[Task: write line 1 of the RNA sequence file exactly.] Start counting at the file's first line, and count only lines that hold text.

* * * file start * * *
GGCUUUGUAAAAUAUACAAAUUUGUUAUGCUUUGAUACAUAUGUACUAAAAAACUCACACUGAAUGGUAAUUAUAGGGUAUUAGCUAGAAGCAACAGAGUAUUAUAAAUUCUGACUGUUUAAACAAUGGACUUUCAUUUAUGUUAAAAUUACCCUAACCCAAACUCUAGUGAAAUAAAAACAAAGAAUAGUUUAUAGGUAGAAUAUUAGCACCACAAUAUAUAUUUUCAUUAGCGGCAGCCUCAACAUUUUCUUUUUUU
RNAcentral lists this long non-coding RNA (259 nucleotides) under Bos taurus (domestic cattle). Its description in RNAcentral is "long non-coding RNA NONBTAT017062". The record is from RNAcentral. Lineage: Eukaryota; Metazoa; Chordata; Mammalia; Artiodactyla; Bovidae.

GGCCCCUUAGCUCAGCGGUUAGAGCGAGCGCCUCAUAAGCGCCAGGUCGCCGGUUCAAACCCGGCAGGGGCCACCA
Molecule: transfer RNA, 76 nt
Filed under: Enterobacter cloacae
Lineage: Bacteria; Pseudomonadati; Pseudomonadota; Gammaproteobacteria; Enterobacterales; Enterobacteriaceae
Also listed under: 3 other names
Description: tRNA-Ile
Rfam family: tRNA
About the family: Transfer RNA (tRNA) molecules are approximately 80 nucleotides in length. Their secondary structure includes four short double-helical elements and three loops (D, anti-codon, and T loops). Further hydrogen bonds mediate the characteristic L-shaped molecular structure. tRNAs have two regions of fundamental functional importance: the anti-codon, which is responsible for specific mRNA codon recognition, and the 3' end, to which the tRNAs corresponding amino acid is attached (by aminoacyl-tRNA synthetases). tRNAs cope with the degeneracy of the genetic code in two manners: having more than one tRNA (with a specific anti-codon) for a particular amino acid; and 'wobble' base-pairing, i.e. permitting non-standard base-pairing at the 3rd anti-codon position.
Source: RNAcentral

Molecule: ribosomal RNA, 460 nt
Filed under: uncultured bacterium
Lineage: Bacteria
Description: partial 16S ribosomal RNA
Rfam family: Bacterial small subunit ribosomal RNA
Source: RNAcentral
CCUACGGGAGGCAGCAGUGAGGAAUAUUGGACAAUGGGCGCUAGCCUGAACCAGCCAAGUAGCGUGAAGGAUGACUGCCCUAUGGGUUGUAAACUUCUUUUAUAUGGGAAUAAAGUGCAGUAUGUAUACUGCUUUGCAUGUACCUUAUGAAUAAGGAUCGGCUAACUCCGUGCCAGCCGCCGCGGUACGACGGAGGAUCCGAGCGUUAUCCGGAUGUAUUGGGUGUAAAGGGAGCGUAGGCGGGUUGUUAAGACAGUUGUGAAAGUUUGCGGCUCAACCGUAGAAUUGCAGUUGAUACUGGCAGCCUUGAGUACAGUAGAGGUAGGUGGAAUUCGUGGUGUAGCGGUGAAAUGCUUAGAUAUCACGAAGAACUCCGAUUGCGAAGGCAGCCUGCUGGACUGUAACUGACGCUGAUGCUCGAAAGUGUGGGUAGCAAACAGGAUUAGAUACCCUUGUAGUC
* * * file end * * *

GGCUUUGUAAAAUAUACAAAUUUGUUAUGCUUUGAUACAUAUGUACUAAAAAACUCACACUGAAUGGUAAUUAUAGGGUAUUAGCUAGAAGCAACAGAGUAUUAUAAAUUCUGACUGUUUAAACAAUGGACUUUCAUUUAUGUUAAAAUUACCCUAACCCAAACUCUAGUGAAAUAAAAACAAAGAAUAGUUUAUAGGUAGAAUAUUAGCACCACAAUAUAUAUUUUCAUUAGCGGCAGCCUCAACAUUUUCUUUUUUU